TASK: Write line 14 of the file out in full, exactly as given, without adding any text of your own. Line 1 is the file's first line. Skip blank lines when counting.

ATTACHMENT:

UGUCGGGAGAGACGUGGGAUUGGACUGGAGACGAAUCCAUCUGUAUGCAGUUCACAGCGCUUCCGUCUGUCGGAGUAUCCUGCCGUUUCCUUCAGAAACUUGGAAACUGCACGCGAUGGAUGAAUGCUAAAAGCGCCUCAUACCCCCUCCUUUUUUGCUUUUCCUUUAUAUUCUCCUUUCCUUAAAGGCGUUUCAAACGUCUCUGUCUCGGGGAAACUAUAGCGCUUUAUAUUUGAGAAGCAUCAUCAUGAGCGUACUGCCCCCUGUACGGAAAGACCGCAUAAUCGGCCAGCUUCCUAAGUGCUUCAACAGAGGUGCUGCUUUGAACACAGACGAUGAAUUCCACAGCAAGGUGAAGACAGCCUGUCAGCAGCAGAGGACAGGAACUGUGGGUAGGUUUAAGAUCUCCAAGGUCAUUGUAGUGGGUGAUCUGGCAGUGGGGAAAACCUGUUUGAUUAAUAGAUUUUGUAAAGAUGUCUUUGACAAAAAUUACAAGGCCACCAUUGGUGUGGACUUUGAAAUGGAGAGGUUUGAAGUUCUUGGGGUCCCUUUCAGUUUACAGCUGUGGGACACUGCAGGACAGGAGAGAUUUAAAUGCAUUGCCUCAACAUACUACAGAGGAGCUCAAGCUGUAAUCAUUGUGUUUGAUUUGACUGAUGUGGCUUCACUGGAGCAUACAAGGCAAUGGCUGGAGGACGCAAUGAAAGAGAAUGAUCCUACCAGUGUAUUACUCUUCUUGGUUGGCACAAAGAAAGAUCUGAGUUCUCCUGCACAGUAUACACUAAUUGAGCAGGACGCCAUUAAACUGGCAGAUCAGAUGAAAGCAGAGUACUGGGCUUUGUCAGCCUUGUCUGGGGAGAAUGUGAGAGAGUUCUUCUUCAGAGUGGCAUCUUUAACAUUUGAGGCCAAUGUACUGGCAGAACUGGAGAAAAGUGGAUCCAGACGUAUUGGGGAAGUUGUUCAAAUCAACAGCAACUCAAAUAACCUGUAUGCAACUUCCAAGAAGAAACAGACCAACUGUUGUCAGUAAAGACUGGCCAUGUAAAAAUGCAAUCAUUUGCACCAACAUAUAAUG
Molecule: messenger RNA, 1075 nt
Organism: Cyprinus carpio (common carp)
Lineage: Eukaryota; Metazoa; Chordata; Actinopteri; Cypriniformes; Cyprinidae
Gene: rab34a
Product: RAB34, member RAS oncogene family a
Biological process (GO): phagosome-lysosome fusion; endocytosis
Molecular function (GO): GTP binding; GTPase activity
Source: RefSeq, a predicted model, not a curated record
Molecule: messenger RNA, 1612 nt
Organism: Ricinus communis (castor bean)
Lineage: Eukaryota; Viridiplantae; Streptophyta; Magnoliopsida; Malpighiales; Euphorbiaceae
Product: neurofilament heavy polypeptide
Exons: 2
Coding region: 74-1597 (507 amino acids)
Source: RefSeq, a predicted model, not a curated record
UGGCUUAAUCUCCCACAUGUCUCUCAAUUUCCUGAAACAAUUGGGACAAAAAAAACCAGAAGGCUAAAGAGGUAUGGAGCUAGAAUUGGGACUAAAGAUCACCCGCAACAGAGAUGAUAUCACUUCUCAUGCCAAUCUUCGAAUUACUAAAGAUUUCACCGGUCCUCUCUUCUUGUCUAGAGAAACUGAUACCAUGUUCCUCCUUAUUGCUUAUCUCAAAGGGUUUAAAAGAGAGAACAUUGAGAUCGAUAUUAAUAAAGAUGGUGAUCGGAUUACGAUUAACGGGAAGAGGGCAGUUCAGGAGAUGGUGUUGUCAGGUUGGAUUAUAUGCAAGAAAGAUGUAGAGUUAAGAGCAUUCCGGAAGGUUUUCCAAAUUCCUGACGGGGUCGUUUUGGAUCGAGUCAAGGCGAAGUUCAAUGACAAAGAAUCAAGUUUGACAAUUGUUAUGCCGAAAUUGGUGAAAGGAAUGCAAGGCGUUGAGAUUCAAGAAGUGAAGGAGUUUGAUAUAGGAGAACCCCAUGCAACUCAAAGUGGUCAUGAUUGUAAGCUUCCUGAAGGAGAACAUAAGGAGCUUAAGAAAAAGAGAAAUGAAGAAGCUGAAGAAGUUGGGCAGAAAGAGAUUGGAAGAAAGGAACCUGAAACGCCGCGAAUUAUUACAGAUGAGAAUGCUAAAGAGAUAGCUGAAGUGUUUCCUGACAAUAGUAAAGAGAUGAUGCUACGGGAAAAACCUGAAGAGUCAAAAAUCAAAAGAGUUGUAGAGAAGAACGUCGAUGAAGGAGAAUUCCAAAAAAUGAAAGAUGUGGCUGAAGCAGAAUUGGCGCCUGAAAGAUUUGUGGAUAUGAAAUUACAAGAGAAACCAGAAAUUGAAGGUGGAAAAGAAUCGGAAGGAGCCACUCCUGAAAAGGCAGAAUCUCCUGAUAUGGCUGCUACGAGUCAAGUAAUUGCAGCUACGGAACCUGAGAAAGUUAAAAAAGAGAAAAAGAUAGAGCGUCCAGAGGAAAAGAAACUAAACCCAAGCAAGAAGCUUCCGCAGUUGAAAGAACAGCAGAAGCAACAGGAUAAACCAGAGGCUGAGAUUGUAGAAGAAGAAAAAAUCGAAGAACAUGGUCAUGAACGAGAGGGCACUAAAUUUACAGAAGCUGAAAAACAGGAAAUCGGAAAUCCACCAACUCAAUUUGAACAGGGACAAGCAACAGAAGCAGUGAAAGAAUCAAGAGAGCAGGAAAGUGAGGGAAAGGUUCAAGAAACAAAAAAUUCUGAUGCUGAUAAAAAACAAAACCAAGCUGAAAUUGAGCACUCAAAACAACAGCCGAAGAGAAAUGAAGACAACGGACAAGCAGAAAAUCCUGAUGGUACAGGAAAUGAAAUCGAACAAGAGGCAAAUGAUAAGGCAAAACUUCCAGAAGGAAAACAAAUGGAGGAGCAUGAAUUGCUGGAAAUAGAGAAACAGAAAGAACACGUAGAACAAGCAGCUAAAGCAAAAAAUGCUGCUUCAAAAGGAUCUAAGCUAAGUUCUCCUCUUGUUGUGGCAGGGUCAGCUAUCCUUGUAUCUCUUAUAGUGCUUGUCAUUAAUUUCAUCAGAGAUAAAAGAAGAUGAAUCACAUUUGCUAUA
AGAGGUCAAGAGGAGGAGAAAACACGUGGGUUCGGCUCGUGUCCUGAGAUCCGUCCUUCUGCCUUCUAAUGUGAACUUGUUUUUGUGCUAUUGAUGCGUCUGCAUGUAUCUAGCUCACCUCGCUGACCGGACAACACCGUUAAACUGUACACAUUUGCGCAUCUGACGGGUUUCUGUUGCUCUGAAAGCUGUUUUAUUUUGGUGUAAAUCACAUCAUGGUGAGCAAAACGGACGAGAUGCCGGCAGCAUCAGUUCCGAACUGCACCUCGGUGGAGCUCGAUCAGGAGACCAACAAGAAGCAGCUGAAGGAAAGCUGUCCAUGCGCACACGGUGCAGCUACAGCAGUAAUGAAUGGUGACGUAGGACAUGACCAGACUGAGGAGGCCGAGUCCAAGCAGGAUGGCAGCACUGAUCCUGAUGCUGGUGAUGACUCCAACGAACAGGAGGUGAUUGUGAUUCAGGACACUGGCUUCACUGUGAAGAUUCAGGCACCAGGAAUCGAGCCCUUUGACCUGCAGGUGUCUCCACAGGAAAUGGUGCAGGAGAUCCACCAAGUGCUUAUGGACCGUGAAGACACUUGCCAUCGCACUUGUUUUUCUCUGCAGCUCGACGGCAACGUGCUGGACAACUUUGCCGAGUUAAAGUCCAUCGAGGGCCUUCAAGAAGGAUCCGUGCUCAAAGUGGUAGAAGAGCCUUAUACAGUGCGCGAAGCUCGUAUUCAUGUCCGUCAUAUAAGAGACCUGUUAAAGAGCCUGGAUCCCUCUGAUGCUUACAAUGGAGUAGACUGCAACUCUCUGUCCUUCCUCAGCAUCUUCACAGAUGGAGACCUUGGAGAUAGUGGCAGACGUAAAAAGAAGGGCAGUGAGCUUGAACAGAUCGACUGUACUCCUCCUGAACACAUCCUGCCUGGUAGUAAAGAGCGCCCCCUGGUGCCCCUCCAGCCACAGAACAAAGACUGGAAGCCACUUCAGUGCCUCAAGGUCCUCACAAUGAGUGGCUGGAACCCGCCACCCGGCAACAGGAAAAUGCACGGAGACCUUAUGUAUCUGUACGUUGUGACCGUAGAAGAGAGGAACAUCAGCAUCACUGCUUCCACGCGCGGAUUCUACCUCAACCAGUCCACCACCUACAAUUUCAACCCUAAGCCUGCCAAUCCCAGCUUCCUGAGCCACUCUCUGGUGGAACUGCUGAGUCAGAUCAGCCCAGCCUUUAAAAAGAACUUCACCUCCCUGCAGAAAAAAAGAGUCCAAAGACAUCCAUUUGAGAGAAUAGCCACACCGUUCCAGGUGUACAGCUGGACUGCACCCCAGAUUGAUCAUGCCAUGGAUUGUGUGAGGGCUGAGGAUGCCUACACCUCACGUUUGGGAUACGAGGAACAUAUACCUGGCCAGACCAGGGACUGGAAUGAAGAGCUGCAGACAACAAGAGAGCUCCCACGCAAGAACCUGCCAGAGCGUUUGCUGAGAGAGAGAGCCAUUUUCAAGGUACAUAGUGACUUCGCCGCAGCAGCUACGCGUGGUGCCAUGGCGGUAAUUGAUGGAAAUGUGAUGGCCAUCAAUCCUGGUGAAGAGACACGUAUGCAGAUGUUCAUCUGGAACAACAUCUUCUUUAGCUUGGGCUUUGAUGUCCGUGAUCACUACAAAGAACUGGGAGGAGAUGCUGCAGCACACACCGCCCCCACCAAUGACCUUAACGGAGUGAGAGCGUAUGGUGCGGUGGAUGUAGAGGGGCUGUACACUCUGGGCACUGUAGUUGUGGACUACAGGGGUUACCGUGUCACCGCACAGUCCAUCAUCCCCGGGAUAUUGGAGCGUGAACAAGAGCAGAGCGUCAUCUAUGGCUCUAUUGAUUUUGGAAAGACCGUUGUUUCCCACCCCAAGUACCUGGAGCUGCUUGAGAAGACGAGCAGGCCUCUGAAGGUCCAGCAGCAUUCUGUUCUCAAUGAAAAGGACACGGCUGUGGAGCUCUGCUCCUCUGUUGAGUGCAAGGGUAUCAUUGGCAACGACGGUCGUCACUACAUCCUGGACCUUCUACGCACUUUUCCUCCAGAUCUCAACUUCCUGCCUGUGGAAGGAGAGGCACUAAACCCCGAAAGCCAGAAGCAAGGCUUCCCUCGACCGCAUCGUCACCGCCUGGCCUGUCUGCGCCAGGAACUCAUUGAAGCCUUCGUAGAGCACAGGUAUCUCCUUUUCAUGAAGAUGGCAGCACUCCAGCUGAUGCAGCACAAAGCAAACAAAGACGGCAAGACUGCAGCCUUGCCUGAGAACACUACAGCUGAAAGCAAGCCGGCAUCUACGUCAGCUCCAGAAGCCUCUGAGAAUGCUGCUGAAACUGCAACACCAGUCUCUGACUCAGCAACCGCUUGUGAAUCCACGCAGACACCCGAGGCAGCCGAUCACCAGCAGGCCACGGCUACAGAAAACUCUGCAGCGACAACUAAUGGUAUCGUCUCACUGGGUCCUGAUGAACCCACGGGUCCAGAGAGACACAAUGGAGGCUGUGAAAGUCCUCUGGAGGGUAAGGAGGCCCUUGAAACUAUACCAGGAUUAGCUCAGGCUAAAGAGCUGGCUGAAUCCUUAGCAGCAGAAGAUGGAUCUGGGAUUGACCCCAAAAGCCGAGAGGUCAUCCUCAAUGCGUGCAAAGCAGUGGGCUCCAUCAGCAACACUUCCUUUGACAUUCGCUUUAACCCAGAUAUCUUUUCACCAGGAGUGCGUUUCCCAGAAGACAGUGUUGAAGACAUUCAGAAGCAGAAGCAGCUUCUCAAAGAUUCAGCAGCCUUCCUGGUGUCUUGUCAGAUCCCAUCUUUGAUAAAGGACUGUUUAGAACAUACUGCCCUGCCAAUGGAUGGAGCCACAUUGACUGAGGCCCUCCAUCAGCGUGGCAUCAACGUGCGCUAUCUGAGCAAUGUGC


Exons: 2